Tuesday, / June 15, 2021
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A Mecca for Special Children


At first glance, the classroom at Chabad of Glen Cove Long Island’s Hebrew school for children with special needs looks like any other classroom. Brightly colored posters depicting the Hebrew alphabet and familiar items from the Jewish holidays decorate the walls, Jewish songs are sung. But the six boys, ages five to eight, who follow their soft spoken teachers’ instructions and are happily swabbing tempera paint on their latest holiday-themed art project were not welcomed in any other Hebrew school.

The students’ bevy of delays: speech, social, cognitive and behavioral made them too different, too hard to handle, in a regular school setting. Until Rabbi Mendy Heber who heads Chabad of Glen Cove opened up his special education Hebrew school this past fall, children with special needs were left without any option for Jewish education near home. “It’s really hard,” said Gabrielle Tesch whose six-year-old son attends the school. “When you have a kid with delays no one wants to hear from you.”

Rabbi Heber was quick to pick up on the need for a special Hebrew school. “In other settings, these children would sit in class and touch everything around them,” said Rabbi Heber. “Some had trouble keeping focused. Some are very bright in particular fields but have trouble relating to children around them,” said Rabbi Heber. “Our Hebrew school is geared particularly for these children. It’s not just social, it’s a real Hebrew school geared for them, on their level.

The school opened with two students and proved popular enough to triple in size by June. This summer, while other schools stow their Hebrew workbooks into cabinets for a summer’s rest, the Glen Cove Hebrew school remains open. Summer sessions are not bar mitzvah cram session, but they are scheduled to “keep structure in the kids’ lives and keep them from regressing,” said Sara Goldman, a school parent who was instrumental in starting the program.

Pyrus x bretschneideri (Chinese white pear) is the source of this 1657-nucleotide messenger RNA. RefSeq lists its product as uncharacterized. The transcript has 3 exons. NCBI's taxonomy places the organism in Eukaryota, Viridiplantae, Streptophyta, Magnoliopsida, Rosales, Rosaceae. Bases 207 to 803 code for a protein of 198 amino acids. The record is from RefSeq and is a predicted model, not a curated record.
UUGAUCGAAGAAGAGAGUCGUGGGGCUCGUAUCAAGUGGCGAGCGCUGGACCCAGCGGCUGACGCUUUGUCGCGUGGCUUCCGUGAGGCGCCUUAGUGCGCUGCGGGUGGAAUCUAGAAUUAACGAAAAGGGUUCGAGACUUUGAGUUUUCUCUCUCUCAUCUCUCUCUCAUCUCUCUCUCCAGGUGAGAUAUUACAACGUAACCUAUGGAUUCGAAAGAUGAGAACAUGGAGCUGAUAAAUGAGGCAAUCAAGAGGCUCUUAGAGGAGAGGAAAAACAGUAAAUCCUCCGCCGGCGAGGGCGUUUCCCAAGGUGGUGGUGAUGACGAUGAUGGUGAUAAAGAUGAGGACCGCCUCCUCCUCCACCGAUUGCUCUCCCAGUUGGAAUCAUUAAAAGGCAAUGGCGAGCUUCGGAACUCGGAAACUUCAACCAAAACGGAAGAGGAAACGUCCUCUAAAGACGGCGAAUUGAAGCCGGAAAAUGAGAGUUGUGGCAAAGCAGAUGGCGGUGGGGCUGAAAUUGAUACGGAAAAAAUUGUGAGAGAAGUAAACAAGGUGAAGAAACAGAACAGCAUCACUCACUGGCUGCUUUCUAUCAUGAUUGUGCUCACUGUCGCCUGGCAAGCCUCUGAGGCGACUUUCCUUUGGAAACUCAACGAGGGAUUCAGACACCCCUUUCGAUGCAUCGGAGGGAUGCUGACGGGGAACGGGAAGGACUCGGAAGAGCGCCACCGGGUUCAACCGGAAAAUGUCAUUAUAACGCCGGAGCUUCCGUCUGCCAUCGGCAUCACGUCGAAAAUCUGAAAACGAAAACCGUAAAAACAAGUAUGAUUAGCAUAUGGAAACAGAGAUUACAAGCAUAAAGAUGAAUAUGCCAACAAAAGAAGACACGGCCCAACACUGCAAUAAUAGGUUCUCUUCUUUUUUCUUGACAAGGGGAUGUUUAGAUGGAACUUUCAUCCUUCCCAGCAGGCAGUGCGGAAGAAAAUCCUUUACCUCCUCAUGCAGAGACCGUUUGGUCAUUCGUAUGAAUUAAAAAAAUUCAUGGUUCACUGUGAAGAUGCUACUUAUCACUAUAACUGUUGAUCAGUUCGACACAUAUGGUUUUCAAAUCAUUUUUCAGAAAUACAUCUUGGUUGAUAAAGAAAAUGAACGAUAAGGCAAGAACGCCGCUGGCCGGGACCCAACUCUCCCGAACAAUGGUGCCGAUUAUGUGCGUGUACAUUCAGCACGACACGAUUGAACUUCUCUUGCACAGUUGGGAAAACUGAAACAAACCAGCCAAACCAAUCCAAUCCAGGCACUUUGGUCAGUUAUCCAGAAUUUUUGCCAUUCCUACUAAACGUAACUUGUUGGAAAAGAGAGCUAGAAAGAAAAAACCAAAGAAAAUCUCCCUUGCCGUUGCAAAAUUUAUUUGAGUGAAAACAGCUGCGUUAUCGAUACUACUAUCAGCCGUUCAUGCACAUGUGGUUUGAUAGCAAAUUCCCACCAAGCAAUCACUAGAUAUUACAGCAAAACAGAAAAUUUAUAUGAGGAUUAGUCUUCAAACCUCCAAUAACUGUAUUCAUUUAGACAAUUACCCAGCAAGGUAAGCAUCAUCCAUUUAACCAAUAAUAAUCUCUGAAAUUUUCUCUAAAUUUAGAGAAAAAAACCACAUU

“Last year, Rabbi Heber said my son was welcome to come to his summer camp. I didn’t send him, but the fact he was open to Sammy was nice,” said Goldman, a resident Old Brookville, Long Island. Rabbi Heber’s welcoming stance gave Goldman the opening to mention her wish for a Hebrew school where Sammy could be exposed to some of what her other children were learning at the local Jewish day school. “I was pleased that Rabbi Heber was so open-minded and enthusiastic about it. Kids like Sammy are of a community of children that people do not want to deal with.”

Funding the teachers’ salaries was a challenge. Special education demands small class settings leaving few parents to shoulder the cost. Sara Goldman pitched in with the seed money to get the school going. “The program is subsidized by Chabad of Glen Cove so that the cost need not be a hindrance for parents to give their special children the education they so rightly deserve and are entitled to,” said Rabbi Heber.

Finding the right teachers with special education qualifications and Hebrew school background was another hurdle. “We were looking for teachers who were warm, nurturing with a lot of patience. Someone whose heart was really in it,” said Goldman. Many candidates and interviews later, Seth and Aviva Brender, a husband-and-wife team, were selected. Seth holds a Masters’ Degree in Special Education and has taught for eight years. Aviva is completing her Masters in Special Education and is a kindergarten teacher at the Rabbi Arthur Schneier Park East Day School on Manhattan’s Upper East Side.